Ruth is asked what she edited out of the book. She said she wondered about including Ayelet Waldman's ambivalence towards Israel in a Jewish book. In the end, she included it.
Sheesh, that she even gave the matter a second thought disturbs me. In such a book, your sole agenda has to be be truth, not public relations and "not perpetuating stereotypes."
The book is being translated into Hebrew for sale in Israel. I expect many there (who risk their lives daily to be Jewish) will find significant sections of it shallow.
Ruth is asked why no men were included in the book. She says that Philip Roth wrote Portnoy's Complaint. "I don't think it gets much better than that."
I doubt there'll ever be a male anthology over Jewish guilt because men complain less and feel less comfortable being so vulnerable.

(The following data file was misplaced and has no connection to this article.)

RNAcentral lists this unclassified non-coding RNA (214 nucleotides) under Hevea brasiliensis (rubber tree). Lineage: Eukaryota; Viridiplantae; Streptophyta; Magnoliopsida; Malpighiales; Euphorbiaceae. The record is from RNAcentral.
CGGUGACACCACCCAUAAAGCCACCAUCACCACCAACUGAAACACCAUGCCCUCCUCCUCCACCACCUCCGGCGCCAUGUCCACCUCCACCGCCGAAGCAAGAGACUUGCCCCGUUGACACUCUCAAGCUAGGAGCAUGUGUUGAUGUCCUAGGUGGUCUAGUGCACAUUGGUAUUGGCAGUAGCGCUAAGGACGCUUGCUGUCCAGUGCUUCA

Aimee Bender says "some of the guilt needs to lift for this book to exist."
That led to my question: "Did you write about the things you feel most guilty about, and if not, why not?"
There's nervous laughter from the panelists.
Tobin Belzer says that would be too much information. Such matters are private.
Amy says she doubts people would be interested in reading what she ate that day.
Ruth (whose father Rabbi David Ellenson runs America's Reform movement through its Hebrew Union College seminary and knows more Torah and halacah (Jewish law) than his counterparts at Jewish Theological Seminary and Yeshiva University while Ruth's mother, or mother's mother, belongs to the Daughters of the American Revolution) relates that Rebecca Goldstein told her that she feels most guilty that her sister died while she lives.
Ruth asked her: "Does that affect your Jewish identity?"